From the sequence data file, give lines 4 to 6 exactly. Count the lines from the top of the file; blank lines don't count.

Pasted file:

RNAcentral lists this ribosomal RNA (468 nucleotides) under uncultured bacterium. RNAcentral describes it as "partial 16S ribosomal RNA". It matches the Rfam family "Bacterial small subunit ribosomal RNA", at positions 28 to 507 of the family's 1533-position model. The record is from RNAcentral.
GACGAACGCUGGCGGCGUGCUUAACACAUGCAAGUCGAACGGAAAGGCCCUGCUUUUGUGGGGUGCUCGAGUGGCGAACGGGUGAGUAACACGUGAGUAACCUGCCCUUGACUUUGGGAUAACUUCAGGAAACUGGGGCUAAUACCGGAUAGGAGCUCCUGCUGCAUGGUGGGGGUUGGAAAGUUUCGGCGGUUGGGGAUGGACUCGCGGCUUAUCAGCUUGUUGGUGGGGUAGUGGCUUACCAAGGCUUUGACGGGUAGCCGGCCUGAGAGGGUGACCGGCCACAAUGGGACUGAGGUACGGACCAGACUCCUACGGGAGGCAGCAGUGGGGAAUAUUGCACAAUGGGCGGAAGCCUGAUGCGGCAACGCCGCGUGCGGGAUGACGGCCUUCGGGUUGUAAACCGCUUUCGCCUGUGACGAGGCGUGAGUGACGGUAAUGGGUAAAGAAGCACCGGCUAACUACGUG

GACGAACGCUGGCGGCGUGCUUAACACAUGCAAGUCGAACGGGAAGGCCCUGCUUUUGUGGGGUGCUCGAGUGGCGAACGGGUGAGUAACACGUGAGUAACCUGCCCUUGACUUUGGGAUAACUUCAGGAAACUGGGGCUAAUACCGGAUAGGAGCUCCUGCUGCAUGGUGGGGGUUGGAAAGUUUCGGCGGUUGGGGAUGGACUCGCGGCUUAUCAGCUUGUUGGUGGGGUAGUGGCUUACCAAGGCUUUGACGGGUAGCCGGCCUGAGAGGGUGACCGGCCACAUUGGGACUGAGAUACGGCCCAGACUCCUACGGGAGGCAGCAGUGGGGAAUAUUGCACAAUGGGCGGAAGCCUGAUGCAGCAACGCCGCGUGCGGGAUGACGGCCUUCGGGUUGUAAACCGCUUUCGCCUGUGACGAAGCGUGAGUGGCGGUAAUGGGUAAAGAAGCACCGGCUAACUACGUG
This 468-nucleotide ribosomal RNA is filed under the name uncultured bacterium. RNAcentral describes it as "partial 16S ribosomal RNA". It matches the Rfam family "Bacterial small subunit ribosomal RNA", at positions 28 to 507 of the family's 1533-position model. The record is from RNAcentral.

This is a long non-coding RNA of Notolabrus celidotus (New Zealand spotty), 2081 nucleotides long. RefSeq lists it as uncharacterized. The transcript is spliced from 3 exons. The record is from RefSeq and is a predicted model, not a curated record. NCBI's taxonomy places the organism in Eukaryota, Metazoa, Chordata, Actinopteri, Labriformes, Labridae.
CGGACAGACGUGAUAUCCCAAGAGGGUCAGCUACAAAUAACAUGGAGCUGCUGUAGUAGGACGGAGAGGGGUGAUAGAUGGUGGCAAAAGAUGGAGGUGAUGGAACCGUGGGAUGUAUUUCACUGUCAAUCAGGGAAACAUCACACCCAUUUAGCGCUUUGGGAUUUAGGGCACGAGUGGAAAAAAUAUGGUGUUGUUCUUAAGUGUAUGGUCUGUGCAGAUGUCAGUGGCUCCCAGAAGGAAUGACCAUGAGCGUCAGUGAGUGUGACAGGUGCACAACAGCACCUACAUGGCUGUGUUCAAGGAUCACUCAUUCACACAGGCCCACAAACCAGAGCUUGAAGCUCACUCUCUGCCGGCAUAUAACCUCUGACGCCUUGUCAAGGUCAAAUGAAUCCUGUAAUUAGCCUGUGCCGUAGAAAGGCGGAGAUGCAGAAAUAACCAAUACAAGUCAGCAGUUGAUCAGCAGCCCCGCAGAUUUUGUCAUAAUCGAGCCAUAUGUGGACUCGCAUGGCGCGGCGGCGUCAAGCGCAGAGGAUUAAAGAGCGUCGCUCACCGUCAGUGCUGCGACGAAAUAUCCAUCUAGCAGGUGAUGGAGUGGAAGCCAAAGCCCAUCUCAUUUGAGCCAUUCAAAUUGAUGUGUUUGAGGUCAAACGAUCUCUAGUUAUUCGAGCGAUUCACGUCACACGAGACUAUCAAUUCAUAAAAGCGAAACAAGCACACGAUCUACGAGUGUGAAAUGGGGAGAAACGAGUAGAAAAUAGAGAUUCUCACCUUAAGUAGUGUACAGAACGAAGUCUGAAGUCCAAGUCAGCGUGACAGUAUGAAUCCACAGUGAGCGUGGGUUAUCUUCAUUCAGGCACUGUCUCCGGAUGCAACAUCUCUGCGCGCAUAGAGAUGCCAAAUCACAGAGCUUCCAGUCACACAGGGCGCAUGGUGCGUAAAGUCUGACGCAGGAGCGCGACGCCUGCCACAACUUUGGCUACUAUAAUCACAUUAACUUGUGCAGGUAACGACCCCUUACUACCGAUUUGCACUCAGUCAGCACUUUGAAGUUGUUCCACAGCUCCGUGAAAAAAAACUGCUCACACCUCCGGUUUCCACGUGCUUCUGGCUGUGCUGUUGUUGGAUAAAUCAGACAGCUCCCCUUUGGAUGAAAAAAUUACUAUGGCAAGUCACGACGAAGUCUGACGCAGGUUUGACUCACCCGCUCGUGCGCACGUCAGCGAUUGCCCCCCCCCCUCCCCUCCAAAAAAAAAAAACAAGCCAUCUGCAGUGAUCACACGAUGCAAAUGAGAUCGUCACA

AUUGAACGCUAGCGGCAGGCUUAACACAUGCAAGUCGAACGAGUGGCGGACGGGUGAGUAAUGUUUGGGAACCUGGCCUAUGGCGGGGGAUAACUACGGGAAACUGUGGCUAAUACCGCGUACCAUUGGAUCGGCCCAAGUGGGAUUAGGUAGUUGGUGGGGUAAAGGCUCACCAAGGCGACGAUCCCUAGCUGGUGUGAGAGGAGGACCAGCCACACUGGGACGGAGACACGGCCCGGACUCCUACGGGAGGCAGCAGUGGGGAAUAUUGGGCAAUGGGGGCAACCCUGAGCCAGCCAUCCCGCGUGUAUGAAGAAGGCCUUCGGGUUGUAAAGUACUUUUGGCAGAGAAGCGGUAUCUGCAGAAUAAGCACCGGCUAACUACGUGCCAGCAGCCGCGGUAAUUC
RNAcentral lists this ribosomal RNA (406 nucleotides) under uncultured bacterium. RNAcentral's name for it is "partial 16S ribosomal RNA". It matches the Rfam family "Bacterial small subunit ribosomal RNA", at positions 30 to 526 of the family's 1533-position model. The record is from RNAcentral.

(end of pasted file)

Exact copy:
This 468-nucleotide ribosomal RNA is filed under the name uncultured bacterium. RNAcentral describes it as "partial 16S ribosomal RNA". It matches the Rfam family "Bacterial small subunit ribosomal RNA", at positions 28 to 507 of the family's 1533-position model. The record is from RNAcentral.

This is a long non-coding RNA of Notolabrus celidotus (New Zealand spotty), 2081 nucleotides long. RefSeq lists it as uncharacterized. The transcript is spliced from 3 exons. The record is from RefSeq and is a predicted model, not a curated record. NCBI's taxonomy places the organism in Eukaryota, Metazoa, Chordata, Actinopteri, Labriformes, Labridae.
CGGACAGACGUGAUAUCCCAAGAGGGUCAGCUACAAAUAACAUGGAGCUGCUGUAGUAGGACGGAGAGGGGUGAUAGAUGGUGGCAAAAGAUGGAGGUGAUGGAACCGUGGGAUGUAUUUCACUGUCAAUCAGGGAAACAUCACACCCAUUUAGCGCUUUGGGAUUUAGGGCACGAGUGGAAAAAAUAUGGUGUUGUUCUUAAGUGUAUGGUCUGUGCAGAUGUCAGUGGCUCCCAGAAGGAAUGACCAUGAGCGUCAGUGAGUGUGACAGGUGCACAACAGCACCUACAUGGCUGUGUUCAAGGAUCACUCAUUCACACAGGCCCACAAACCAGAGCUUGAAGCUCACUCUCUGCCGGCAUAUAACCUCUGACGCCUUGUCAAGGUCAAAUGAAUCCUGUAAUUAGCCUGUGCCGUAGAAAGGCGGAGAUGCAGAAAUAACCAAUACAAGUCAGCAGUUGAUCAGCAGCCCCGCAGAUUUUGUCAUAAUCGAGCCAUAUGUGGACUCGCAUGGCGCGGCGGCGUCAAGCGCAGAGGAUUAAAGAGCGUCGCUCACCGUCAGUGCUGCGACGAAAUAUCCAUCUAGCAGGUGAUGGAGUGGAAGCCAAAGCCCAUCUCAUUUGAGCCAUUCAAAUUGAUGUGUUUGAGGUCAAACGAUCUCUAGUUAUUCGAGCGAUUCACGUCACACGAGACUAUCAAUUCAUAAAAGCGAAACAAGCACACGAUCUACGAGUGUGAAAUGGGGAGAAACGAGUAGAAAAUAGAGAUUCUCACCUUAAGUAGUGUACAGAACGAAGUCUGAAGUCCAAGUCAGCGUGACAGUAUGAAUCCACAGUGAGCGUGGGUUAUCUUCAUUCAGGCACUGUCUCCGGAUGCAACAUCUCUGCGCGCAUAGAGAUGCCAAAUCACAGAGCUUCCAGUCACACAGGGCGCAUGGUGCGUAAAGUCUGACGCAGGAGCGCGACGCCUGCCACAACUUUGGCUACUAUAAUCACAUUAACUUGUGCAGGUAACGACCCCUUACUACCGAUUUGCACUCAGUCAGCACUUUGAAGUUGUUCCACAGCUCCGUGAAAAAAAACUGCUCACACCUCCGGUUUCCACGUGCUUCUGGCUGUGCUGUUGUUGGAUAAAUCAGACAGCUCCCCUUUGGAUGAAAAAAUUACUAUGGCAAGUCACGACGAAGUCUGACGCAGGUUUGACUCACCCGCUCGUGCGCACGUCAGCGAUUGCCCCCCCCCCUCCCCUCCAAAAAAAAAAAACAAGCCAUCUGCAGUGAUCACACGAUGCAAAUGAGAUCGUCACA